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Heart risk from popular painkillers

Wednesday May 10th, 2017

All non-steroidal anti-inflammatory drugs may carry an increased risk of acute myocardial infarction, researchers say today.

This applies particularly during the first month of use and with higher doses, according to the Canadian analysts.

Dr Michele Bally of the University of Montreal Hospital Research Center, Canada, and colleagues say it is generally accepted that oral non-steroidal anti-inflammatory drugs can increase the risk of acute myocardial infarction, or heart attack.

Previous studies on the link "have been of limited use for assessing this rare adverse event", say the authors in today's (10 May) BMJ, "as they had small cohorts and poor generalisability."

The trials also excluded those at highest cardiovascular risk or with established cardiovascular disease.

So the team carried out a systematic review and a meta-analysis of patient information, covering 446,763 people from healthcare databases including those from Canada, Finland and the UK, of whom 61,460 suffered acute myocardial infarction.

This showed that: "Taking any dose of non-steroidal anti-inflammatory drug for one week, one month, or more than a month was associated with an increased risk of myocardial infarction."

This applied to both traditional and COX 2 selective non-steroidal anti-inflammatory drugs. Using the drugs for one to seven days raised the risk by 24% for the drug celecoxib, 48% for ibuprofen, 50% for diclofenac, 53% for naproxen, and 58% for rofecoxib, compared with not using these drugs.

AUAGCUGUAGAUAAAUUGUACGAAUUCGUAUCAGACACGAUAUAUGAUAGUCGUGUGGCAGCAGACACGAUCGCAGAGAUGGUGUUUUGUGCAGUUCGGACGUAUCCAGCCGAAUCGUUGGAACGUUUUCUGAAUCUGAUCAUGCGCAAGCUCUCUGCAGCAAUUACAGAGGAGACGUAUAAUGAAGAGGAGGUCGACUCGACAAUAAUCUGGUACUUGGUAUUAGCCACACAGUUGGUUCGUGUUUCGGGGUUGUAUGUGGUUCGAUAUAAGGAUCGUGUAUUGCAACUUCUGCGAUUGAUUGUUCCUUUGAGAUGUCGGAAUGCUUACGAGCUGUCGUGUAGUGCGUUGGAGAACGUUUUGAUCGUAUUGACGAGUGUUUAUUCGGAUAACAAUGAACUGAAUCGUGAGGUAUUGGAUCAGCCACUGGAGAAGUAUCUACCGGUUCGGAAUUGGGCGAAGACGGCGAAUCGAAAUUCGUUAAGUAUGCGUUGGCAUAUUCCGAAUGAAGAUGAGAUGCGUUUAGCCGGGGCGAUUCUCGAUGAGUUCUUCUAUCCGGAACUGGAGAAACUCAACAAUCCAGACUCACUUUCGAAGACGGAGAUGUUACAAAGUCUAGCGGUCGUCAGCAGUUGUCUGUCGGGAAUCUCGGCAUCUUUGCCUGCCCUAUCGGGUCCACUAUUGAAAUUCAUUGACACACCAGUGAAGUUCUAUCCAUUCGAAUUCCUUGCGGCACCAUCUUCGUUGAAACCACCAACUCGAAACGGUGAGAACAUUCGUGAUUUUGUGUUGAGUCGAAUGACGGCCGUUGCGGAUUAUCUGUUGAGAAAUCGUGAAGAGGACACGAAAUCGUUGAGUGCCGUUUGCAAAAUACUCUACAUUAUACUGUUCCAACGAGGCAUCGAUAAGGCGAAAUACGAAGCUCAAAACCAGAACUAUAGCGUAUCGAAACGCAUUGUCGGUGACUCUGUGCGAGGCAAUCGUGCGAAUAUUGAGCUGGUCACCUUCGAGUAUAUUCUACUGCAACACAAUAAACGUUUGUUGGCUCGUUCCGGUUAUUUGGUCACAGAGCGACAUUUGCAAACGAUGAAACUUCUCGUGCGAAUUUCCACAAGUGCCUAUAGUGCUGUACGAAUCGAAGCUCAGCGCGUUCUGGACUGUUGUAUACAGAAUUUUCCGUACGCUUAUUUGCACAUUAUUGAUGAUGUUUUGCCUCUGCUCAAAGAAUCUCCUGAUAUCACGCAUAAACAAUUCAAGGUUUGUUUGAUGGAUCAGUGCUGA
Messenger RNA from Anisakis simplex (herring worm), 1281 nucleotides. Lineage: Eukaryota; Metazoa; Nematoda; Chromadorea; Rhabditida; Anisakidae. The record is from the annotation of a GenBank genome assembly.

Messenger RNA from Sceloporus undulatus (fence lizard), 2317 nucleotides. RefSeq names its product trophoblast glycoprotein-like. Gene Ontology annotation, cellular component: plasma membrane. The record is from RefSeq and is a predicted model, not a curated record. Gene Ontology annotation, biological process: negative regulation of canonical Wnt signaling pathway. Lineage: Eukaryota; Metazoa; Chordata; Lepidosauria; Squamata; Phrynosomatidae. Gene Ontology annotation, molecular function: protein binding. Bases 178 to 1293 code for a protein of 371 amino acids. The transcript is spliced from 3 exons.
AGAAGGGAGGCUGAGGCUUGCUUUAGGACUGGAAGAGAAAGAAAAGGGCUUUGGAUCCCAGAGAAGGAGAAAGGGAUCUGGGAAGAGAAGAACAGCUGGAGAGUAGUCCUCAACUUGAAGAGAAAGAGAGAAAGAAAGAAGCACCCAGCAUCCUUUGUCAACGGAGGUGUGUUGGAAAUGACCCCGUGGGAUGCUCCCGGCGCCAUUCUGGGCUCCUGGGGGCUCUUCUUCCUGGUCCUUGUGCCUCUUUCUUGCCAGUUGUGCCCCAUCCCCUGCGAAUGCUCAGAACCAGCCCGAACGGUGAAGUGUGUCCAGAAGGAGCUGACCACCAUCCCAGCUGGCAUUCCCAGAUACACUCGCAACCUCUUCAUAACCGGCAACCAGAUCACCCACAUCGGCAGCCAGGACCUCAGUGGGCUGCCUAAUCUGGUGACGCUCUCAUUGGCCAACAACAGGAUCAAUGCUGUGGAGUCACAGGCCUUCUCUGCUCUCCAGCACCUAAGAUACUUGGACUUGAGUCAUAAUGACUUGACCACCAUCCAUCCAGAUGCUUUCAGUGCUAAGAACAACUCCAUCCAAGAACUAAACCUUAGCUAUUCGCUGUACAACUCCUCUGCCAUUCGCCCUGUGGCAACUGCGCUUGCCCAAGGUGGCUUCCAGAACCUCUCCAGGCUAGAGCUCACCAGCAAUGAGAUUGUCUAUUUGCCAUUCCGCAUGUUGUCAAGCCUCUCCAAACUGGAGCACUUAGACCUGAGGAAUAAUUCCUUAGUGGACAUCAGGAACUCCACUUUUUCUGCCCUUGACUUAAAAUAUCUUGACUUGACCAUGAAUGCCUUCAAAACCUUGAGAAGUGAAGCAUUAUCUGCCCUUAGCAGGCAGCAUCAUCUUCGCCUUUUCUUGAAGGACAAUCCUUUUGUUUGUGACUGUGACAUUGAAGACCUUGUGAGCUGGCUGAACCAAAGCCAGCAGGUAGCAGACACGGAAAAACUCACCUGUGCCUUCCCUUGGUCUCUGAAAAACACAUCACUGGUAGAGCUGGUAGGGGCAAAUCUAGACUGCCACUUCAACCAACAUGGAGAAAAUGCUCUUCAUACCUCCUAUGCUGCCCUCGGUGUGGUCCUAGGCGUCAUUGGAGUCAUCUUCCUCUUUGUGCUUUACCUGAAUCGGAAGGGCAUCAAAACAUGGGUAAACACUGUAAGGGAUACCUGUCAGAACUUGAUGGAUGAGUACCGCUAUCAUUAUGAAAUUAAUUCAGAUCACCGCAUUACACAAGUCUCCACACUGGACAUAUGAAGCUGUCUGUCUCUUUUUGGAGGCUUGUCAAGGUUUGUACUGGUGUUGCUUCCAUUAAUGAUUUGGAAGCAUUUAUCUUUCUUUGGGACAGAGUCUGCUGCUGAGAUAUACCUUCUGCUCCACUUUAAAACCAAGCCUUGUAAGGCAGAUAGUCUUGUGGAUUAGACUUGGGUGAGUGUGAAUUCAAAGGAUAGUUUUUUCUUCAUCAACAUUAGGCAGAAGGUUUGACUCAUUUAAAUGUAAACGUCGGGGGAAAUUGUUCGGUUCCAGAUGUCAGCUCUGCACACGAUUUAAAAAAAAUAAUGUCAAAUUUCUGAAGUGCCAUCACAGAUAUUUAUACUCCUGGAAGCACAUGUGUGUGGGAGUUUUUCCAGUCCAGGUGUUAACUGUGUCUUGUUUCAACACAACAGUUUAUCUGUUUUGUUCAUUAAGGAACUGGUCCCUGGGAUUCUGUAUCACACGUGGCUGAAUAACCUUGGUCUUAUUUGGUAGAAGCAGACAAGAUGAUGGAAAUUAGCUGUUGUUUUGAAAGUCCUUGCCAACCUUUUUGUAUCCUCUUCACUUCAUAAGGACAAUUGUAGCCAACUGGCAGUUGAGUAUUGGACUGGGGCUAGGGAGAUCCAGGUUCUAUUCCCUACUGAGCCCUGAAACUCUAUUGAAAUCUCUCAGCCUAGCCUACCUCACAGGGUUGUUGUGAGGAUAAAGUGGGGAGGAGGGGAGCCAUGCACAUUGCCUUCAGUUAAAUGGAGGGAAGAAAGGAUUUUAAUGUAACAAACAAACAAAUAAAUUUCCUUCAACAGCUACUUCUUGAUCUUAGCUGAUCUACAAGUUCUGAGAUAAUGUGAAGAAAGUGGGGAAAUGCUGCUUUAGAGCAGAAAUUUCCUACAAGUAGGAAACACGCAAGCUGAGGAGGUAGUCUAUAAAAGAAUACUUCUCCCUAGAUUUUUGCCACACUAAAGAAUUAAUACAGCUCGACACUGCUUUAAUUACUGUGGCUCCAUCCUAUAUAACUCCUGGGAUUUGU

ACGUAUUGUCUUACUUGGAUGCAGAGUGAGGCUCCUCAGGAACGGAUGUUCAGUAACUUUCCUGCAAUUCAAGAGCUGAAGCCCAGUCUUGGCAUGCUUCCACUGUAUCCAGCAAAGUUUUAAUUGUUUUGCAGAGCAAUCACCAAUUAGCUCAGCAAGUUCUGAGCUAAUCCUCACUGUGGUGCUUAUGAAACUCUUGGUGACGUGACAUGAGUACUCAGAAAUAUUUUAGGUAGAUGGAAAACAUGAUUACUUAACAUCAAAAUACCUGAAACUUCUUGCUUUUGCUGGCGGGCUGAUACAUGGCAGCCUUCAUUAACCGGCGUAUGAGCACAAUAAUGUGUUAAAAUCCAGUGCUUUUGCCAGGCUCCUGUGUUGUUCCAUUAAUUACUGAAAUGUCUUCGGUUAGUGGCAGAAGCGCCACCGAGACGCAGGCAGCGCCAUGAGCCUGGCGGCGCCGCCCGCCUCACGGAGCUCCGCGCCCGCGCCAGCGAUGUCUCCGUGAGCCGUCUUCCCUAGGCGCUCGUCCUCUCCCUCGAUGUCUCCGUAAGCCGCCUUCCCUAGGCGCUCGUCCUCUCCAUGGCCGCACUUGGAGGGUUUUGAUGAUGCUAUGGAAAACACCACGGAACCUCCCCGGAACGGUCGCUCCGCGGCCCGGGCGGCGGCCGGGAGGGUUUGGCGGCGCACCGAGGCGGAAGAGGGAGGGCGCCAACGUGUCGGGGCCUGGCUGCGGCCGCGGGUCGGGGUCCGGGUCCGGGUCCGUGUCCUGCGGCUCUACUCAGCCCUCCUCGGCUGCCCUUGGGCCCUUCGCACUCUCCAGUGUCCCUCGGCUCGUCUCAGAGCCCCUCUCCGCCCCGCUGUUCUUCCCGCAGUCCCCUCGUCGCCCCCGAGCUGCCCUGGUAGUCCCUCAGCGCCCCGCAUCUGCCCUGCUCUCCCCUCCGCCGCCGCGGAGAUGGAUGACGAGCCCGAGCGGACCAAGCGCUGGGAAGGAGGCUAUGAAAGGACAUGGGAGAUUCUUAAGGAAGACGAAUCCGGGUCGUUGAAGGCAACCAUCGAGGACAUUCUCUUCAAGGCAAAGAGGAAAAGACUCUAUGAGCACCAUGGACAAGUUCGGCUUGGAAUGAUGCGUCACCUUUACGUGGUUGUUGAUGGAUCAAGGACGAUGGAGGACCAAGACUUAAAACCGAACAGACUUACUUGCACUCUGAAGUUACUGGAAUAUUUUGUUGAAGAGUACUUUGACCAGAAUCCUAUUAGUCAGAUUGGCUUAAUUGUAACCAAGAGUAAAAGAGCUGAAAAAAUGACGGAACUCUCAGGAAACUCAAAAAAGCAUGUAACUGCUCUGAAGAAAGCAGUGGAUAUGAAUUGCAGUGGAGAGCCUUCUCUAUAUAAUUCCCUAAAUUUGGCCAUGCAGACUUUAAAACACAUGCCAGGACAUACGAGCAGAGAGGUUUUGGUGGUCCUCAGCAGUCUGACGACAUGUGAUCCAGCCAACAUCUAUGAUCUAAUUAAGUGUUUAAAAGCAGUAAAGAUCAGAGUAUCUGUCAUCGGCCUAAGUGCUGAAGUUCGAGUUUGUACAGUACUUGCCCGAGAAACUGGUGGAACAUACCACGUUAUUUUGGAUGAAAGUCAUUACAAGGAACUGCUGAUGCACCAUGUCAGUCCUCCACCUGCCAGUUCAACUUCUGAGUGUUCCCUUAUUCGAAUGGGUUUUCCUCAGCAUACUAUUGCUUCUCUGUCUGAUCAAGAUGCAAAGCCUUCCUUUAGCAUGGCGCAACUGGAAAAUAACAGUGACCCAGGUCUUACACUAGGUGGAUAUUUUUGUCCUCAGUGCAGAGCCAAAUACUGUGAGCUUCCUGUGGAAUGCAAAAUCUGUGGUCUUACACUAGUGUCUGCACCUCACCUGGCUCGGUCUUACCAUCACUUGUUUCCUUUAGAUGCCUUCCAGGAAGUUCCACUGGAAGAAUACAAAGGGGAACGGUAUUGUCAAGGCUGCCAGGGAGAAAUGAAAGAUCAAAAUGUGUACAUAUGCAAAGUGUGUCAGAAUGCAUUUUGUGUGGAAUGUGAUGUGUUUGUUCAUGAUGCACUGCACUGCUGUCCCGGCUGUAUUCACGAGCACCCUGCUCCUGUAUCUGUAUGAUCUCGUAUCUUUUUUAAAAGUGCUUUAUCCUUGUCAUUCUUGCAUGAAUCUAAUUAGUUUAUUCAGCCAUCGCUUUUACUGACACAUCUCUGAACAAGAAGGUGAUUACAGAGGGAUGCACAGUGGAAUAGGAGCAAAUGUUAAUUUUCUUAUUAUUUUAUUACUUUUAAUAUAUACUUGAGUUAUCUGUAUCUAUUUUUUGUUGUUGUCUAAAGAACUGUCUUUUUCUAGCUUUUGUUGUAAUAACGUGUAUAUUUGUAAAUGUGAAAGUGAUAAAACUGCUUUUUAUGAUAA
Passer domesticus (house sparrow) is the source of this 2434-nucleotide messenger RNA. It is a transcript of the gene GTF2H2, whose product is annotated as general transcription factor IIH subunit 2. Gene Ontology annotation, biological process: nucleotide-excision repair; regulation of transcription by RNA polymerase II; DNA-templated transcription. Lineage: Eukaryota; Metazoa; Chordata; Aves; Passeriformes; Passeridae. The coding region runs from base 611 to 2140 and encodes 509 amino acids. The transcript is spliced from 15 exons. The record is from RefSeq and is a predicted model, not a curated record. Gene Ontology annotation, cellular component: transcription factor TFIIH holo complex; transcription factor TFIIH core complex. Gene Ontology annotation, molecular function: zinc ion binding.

The authors conclude that the risk of myocardial infarction with celecoxib was comparable to that of traditional non-steroidal anti-inflammatory drugs. They add that risk was greatest during the first month of use and with higher doses.

The UK Royal College of GPs said the use of NSAIDs was reducing in general practice.

Chair Professor Helen Stokes-Lampard said: “We know that what works best – and this is supported by the latest NICE guidelines – for treating many cases of chronic pain is a combination of therapies, be these physical, psychological or pharmacological.

"It is vital that GPs have adequate access to a variety of therapies in the community, so that we can develop a treatment plan for our patients living with chronic pain that works best for them.”

She added: “This study builds on research highlighting the risks involved in using NSAIDs, such as ibuprofen, to treat pain – and it’s important that as new research is published, it is taken on board to inform the clinical guidelines that support our work.

"This study should also raise awareness amongst patients who self-medicate with NSAIDs that are available over the counter, to treat their pain."

Bally, M. et al. Risk of acute myocardial infarction with NSAIDs in real world use: bayesian meta-analysis of individual patient data. BMJ 10 May 2017; doi: 10.1136/bmj.j1909 [abstract]

Tags: Heart Health | North America | Pharmaceuticals

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